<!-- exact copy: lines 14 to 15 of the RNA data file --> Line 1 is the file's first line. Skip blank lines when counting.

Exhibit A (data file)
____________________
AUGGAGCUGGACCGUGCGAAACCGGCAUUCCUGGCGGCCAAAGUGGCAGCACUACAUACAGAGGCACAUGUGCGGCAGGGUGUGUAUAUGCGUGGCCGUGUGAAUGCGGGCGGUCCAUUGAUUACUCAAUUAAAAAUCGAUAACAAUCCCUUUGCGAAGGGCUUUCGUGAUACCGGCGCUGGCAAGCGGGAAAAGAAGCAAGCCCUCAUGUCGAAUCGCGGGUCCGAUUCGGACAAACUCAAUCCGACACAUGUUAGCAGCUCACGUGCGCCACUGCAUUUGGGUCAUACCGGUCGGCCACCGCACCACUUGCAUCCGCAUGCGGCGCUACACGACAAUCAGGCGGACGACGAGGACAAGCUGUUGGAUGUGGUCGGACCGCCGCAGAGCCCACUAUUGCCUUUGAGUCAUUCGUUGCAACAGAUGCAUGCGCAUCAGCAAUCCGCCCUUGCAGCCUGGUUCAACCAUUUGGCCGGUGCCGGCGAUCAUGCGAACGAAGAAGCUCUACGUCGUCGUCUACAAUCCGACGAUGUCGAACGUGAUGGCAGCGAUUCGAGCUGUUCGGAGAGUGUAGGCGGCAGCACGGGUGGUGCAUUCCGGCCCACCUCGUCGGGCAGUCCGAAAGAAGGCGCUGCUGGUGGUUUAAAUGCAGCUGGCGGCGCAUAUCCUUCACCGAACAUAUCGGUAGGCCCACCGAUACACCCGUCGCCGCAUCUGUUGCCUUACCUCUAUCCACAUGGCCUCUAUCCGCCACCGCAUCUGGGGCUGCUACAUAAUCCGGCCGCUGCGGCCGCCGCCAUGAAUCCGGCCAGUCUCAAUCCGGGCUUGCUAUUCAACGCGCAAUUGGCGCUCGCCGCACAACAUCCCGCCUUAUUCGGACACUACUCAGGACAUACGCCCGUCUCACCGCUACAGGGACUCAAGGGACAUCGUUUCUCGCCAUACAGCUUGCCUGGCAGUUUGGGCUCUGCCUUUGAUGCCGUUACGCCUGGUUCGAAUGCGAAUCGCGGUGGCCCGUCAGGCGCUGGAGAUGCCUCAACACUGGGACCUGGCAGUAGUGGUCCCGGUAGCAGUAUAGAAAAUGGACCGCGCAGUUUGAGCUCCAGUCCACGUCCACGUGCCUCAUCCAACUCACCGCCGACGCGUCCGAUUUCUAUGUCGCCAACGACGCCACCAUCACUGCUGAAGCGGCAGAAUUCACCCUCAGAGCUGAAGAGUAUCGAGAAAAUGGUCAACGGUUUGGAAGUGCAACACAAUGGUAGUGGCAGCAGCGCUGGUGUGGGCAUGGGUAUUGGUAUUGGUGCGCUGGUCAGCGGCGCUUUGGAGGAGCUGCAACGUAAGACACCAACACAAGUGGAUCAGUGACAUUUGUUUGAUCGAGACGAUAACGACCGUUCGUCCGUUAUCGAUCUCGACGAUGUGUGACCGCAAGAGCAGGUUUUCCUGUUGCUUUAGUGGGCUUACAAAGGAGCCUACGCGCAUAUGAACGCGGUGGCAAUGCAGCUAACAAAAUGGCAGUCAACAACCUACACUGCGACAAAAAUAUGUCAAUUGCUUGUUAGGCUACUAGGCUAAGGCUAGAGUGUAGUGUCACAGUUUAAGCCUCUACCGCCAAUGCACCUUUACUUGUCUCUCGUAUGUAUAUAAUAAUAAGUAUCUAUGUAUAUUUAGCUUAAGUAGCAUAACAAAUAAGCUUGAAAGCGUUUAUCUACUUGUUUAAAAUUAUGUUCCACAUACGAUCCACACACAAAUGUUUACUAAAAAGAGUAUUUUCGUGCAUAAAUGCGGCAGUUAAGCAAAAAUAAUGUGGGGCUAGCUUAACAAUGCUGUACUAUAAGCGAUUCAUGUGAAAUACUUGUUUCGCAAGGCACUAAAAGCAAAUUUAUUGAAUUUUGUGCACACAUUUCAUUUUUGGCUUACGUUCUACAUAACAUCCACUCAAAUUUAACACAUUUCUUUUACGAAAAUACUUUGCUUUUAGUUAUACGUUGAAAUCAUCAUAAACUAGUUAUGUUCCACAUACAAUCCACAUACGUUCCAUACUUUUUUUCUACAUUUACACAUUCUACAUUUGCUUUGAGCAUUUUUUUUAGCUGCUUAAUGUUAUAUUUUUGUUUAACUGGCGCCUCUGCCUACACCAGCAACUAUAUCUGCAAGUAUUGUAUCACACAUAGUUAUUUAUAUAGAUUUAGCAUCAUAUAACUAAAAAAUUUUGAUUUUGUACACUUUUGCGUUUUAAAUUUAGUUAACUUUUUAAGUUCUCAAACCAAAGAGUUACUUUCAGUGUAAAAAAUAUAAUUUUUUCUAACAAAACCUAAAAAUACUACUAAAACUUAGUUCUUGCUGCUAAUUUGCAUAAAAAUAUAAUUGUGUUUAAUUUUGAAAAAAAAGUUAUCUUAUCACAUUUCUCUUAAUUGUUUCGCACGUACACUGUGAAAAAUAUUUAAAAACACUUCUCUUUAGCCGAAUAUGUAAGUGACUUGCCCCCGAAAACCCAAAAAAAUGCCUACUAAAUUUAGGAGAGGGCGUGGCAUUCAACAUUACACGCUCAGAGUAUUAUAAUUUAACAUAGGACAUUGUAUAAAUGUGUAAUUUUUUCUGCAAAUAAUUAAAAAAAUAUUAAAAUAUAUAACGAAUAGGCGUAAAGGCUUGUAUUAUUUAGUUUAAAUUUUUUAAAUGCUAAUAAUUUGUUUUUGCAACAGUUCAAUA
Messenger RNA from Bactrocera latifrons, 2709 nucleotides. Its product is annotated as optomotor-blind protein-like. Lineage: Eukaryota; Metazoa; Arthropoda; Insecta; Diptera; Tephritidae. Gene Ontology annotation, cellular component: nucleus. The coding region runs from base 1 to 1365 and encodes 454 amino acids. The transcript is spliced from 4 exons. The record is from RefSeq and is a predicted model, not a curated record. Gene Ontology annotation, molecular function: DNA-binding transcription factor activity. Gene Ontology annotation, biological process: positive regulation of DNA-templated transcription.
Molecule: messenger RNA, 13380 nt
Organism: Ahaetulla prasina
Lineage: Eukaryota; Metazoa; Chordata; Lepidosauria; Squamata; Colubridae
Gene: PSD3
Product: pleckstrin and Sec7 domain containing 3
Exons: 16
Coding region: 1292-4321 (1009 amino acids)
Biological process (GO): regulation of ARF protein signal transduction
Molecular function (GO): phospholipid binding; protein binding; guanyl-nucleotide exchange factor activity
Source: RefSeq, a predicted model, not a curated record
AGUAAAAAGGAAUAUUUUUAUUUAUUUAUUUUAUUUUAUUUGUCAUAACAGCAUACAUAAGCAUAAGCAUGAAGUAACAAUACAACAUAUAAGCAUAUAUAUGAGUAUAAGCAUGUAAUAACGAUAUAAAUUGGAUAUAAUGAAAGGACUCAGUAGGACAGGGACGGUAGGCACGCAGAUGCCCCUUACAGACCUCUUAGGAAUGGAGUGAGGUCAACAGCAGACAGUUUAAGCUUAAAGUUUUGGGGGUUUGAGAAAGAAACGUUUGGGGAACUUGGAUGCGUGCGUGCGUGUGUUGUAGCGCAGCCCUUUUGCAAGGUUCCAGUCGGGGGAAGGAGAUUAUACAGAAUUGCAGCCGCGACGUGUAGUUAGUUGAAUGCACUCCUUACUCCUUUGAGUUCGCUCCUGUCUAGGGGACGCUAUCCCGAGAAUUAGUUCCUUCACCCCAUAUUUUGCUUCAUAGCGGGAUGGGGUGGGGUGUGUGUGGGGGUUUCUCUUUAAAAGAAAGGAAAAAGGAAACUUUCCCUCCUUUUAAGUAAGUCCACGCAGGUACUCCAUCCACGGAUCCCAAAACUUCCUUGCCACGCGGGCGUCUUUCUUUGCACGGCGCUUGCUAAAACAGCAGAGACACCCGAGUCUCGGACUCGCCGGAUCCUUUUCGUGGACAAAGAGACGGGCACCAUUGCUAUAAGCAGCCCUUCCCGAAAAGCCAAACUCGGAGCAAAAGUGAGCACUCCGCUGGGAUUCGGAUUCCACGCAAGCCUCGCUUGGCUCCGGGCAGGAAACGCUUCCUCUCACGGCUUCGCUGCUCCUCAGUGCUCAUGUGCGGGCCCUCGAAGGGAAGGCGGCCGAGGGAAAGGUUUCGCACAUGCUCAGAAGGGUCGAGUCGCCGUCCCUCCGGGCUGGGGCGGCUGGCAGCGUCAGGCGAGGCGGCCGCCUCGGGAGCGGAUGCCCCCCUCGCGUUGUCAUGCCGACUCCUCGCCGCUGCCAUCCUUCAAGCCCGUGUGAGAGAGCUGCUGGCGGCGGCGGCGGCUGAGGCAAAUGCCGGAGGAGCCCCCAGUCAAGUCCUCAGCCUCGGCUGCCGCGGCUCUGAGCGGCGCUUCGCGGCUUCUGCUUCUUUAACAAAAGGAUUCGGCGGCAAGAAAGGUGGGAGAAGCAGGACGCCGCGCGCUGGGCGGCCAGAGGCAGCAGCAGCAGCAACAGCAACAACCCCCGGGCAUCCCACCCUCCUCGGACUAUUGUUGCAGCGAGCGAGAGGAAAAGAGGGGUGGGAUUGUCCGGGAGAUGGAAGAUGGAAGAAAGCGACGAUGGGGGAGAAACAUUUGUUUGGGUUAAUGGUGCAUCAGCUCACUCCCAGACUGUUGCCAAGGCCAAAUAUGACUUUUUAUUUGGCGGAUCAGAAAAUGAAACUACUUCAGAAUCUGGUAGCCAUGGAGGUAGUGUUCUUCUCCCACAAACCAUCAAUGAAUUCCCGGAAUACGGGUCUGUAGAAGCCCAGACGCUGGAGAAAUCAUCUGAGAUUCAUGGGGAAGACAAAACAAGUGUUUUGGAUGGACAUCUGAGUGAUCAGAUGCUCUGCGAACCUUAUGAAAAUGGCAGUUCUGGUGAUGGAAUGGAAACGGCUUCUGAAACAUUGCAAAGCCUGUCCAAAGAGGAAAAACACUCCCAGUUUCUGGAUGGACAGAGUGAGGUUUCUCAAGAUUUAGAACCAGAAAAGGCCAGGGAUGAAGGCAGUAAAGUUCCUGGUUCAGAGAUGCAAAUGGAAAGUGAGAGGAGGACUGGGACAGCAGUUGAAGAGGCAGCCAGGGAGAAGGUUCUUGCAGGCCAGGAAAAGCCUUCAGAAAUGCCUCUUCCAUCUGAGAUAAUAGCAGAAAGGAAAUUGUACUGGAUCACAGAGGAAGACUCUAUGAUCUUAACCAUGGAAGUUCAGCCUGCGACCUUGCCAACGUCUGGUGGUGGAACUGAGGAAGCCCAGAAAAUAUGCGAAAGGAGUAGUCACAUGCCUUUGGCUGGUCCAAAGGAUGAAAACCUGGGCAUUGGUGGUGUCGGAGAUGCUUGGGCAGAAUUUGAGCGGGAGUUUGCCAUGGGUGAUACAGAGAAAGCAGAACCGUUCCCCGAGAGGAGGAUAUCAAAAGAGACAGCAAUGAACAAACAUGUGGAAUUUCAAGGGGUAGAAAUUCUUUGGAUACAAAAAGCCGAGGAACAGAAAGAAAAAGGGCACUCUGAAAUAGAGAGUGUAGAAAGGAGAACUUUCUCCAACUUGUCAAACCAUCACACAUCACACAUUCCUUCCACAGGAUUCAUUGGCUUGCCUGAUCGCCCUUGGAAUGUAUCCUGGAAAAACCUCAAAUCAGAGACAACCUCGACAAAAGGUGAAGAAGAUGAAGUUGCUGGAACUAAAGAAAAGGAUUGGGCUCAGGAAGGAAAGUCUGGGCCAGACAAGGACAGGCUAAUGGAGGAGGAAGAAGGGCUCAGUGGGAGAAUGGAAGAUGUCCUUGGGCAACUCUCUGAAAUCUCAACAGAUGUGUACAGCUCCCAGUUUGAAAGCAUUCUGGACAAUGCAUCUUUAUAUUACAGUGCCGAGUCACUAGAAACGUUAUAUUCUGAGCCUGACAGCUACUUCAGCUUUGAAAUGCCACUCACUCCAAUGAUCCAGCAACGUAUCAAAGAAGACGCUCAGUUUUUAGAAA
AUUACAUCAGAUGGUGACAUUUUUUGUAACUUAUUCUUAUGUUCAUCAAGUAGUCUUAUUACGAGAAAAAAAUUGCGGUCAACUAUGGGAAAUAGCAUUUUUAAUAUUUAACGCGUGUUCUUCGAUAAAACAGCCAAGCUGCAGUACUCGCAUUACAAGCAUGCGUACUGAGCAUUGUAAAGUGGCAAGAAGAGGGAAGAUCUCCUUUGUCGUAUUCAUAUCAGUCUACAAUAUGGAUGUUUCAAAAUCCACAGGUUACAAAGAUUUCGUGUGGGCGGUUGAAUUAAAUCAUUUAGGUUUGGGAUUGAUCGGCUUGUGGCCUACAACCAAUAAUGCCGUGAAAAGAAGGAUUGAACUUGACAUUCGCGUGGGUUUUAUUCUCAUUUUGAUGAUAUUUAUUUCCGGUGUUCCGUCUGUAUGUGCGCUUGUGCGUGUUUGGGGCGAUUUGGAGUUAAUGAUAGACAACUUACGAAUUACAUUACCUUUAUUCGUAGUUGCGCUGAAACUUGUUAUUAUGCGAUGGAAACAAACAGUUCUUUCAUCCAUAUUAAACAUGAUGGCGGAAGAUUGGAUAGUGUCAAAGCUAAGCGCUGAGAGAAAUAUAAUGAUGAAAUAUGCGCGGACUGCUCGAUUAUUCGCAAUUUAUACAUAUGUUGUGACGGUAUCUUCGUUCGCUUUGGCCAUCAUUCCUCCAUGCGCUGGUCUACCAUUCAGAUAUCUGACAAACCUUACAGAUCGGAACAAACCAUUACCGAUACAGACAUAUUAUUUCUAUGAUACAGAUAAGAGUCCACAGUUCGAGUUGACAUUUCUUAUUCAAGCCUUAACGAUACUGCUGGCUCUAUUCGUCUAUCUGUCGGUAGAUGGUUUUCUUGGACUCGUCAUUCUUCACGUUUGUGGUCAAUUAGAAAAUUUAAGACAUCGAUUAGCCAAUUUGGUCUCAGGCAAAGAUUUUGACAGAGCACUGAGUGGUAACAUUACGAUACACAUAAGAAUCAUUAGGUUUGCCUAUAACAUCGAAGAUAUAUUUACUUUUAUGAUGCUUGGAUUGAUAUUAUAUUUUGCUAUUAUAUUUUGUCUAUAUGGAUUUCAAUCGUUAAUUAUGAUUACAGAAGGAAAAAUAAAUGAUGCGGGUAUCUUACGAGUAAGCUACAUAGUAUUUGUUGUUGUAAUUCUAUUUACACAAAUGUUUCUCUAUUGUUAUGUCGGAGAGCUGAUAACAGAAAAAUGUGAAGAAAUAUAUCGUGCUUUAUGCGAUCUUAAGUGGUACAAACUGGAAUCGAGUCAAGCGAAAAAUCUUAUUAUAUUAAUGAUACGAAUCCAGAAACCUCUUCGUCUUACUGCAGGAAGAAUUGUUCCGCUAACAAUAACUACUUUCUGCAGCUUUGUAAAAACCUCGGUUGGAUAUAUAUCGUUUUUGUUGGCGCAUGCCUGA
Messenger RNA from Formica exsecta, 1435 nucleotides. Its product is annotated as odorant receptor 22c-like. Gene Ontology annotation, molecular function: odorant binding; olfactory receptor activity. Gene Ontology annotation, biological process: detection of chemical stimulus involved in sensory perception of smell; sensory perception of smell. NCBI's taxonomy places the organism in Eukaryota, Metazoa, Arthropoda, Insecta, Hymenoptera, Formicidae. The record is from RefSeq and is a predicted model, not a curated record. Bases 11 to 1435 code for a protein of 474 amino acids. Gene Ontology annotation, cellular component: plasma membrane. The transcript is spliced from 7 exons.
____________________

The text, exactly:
AUUACAUCAGAUGGUGACAUUUUUUGUAACUUAUUCUUAUGUUCAUCAAGUAGUCUUAUUACGAGAAAAAAAUUGCGGUCAACUAUGGGAAAUAGCAUUUUUAAUAUUUAACGCGUGUUCUUCGAUAAAACAGCCAAGCUGCAGUACUCGCAUUACAAGCAUGCGUACUGAGCAUUGUAAAGUGGCAAGAAGAGGGAAGAUCUCCUUUGUCGUAUUCAUAUCAGUCUACAAUAUGGAUGUUUCAAAAUCCACAGGUUACAAAGAUUUCGUGUGGGCGGUUGAAUUAAAUCAUUUAGGUUUGGGAUUGAUCGGCUUGUGGCCUACAACCAAUAAUGCCGUGAAAAGAAGGAUUGAACUUGACAUUCGCGUGGGUUUUAUUCUCAUUUUGAUGAUAUUUAUUUCCGGUGUUCCGUCUGUAUGUGCGCUUGUGCGUGUUUGGGGCGAUUUGGAGUUAAUGAUAGACAACUUACGAAUUACAUUACCUUUAUUCGUAGUUGCGCUGAAACUUGUUAUUAUGCGAUGGAAACAAACAGUUCUUUCAUCCAUAUUAAACAUGAUGGCGGAAGAUUGGAUAGUGUCAAAGCUAAGCGCUGAGAGAAAUAUAAUGAUGAAAUAUGCGCGGACUGCUCGAUUAUUCGCAAUUUAUACAUAUGUUGUGACGGUAUCUUCGUUCGCUUUGGCCAUCAUUCCUCCAUGCGCUGGUCUACCAUUCAGAUAUCUGACAAACCUUACAGAUCGGAACAAACCAUUACCGAUACAGACAUAUUAUUUCUAUGAUACAGAUAAGAGUCCACAGUUCGAGUUGACAUUUCUUAUUCAAGCCUUAACGAUACUGCUGGCUCUAUUCGUCUAUCUGUCGGUAGAUGGUUUUCUUGGACUCGUCAUUCUUCACGUUUGUGGUCAAUUAGAAAAUUUAAGACAUCGAUUAGCCAAUUUGGUCUCAGGCAAAGAUUUUGACAGAGCACUGAGUGGUAACAUUACGAUACACAUAAGAAUCAUUAGGUUUGCCUAUAACAUCGAAGAUAUAUUUACUUUUAUGAUGCUUGGAUUGAUAUUAUAUUUUGCUAUUAUAUUUUGUCUAUAUGGAUUUCAAUCGUUAAUUAUGAUUACAGAAGGAAAAAUAAAUGAUGCGGGUAUCUUACGAGUAAGCUACAUAGUAUUUGUUGUUGUAAUUCUAUUUACACAAAUGUUUCUCUAUUGUUAUGUCGGAGAGCUGAUAACAGAAAAAUGUGAAGAAAUAUAUCGUGCUUUAUGCGAUCUUAAGUGGUACAAACUGGAAUCGAGUCAAGCGAAAAAUCUUAUUAUAUUAAUGAUACGAAUCCAGAAACCUCUUCGUCUUACUGCAGGAAGAAUUGUUCCGCUAACAAUAACUACUUUCUGCAGCUUUGUAAAAACCUCGGUUGGAUAUAUAUCGUUUUUGUUGGCGCAUGCCUGA
Messenger RNA from Formica exsecta, 1435 nucleotides. Its product is annotated as odorant receptor 22c-like. Gene Ontology annotation, molecular function: odorant binding; olfactory receptor activity. Gene Ontology annotation, biological process: detection of chemical stimulus involved in sensory perception of smell; sensory perception of smell. NCBI's taxonomy places the organism in Eukaryota, Metazoa, Arthropoda, Insecta, Hymenoptera, Formicidae. The record is from RefSeq and is a predicted model, not a curated record. Bases 11 to 1435 code for a protein of 474 amino acids. Gene Ontology annotation, cellular component: plasma membrane. The transcript is spliced from 7 exons.